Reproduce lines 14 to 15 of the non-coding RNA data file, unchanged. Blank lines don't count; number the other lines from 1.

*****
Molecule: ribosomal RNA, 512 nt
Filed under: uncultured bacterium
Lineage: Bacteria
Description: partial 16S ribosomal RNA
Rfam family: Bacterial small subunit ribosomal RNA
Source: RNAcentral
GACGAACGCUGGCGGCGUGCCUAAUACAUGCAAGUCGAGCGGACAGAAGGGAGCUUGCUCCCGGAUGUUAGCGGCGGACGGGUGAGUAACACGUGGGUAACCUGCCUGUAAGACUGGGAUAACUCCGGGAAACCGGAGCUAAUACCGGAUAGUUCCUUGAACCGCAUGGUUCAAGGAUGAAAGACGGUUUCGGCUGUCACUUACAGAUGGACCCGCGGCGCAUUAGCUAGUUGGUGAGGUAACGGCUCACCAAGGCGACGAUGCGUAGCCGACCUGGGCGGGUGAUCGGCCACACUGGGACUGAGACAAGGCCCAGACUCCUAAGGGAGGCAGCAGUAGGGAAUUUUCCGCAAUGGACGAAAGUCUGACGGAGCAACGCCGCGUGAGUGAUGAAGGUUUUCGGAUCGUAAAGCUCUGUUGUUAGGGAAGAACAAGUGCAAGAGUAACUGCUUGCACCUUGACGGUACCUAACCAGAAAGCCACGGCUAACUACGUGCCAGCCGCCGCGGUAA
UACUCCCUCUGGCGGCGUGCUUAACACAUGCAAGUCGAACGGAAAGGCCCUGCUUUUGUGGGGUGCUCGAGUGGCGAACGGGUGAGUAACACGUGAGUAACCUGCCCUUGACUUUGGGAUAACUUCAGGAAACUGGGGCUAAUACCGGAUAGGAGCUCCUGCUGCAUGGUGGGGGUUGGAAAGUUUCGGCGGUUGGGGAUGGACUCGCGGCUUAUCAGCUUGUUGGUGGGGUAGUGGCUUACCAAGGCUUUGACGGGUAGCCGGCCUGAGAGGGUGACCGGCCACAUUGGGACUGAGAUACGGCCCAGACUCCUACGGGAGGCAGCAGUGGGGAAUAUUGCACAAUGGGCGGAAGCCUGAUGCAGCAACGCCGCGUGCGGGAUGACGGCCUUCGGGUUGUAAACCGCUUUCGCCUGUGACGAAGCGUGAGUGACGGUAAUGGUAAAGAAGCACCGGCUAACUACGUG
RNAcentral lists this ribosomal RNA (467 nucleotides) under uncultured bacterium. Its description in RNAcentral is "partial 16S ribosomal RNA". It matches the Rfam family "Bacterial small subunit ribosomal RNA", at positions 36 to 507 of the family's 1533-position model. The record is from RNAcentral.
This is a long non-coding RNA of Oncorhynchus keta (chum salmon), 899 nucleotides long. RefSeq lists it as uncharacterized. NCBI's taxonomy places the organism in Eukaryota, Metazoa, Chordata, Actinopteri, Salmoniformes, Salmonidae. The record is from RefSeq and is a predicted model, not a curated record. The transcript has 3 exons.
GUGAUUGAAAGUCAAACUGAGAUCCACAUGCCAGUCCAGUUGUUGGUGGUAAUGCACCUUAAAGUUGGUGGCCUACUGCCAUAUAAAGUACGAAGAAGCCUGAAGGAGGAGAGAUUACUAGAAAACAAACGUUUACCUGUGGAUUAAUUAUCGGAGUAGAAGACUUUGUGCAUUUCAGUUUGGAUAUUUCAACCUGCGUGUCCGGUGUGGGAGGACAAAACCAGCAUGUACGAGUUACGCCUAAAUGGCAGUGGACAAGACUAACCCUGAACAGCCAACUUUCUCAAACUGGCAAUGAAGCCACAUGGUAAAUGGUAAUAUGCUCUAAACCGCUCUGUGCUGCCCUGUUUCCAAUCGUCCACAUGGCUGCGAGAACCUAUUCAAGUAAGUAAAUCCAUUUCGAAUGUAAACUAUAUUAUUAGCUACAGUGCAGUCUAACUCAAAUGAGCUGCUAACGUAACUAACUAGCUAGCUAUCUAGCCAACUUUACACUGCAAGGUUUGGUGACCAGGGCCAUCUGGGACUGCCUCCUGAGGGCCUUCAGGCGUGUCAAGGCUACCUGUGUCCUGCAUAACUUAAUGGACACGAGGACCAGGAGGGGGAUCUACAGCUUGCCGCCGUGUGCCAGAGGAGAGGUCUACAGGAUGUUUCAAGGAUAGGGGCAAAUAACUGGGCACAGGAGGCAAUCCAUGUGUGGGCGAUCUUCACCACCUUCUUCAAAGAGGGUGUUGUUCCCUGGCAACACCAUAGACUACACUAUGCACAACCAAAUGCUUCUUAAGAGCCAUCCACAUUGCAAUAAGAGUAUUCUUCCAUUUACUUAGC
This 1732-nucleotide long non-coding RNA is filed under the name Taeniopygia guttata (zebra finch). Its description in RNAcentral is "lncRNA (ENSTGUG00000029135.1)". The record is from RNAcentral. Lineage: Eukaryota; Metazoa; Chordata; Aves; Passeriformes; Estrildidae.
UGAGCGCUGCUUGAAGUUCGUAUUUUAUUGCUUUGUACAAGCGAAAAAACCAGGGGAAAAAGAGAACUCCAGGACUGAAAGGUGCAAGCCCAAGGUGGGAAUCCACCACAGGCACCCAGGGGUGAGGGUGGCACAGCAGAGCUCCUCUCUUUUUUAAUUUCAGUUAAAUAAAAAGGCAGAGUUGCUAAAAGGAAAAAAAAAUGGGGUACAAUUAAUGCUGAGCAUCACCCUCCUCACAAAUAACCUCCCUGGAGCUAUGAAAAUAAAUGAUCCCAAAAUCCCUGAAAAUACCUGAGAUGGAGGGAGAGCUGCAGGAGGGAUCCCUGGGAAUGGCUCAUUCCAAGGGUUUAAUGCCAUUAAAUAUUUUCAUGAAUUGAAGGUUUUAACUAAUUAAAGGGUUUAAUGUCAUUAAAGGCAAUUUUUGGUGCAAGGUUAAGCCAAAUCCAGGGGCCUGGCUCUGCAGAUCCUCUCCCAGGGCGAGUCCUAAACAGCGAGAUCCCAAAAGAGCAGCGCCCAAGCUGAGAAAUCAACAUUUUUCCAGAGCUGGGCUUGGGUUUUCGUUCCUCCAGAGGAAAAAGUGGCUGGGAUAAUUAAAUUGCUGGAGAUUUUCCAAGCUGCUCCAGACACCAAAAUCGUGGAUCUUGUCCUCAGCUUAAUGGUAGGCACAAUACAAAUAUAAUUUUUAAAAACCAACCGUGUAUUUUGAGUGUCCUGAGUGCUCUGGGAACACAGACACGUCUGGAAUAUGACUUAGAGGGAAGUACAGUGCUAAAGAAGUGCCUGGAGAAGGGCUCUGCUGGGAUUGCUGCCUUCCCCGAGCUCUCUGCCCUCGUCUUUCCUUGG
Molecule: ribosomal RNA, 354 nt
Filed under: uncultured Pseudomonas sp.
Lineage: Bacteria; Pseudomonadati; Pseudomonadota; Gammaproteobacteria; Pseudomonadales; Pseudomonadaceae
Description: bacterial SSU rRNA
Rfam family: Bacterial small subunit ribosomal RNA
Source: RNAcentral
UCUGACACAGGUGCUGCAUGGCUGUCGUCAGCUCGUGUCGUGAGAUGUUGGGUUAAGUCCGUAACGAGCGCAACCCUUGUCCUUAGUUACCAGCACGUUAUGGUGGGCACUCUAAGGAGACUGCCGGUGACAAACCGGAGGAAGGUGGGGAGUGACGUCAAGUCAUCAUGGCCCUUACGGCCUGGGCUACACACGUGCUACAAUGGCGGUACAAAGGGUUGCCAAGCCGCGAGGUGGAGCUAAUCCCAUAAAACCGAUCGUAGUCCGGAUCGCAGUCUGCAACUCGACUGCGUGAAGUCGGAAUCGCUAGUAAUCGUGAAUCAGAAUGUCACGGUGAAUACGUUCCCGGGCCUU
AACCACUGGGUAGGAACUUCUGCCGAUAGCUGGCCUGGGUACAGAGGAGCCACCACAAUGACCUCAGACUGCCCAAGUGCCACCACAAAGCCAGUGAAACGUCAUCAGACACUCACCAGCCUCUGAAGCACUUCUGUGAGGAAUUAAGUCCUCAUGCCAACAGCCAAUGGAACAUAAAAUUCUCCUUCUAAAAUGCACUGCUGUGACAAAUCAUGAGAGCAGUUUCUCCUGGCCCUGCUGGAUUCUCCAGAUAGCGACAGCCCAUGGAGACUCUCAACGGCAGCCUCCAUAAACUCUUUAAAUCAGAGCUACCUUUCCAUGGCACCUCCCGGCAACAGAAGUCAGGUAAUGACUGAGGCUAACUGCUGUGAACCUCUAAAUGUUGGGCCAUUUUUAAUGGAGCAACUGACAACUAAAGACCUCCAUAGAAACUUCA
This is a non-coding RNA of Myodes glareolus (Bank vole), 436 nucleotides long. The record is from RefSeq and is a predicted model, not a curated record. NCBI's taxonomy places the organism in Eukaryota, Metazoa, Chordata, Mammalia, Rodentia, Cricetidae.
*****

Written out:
Molecule: ribosomal RNA, 354 nt
Filed under: uncultured Pseudomonas sp.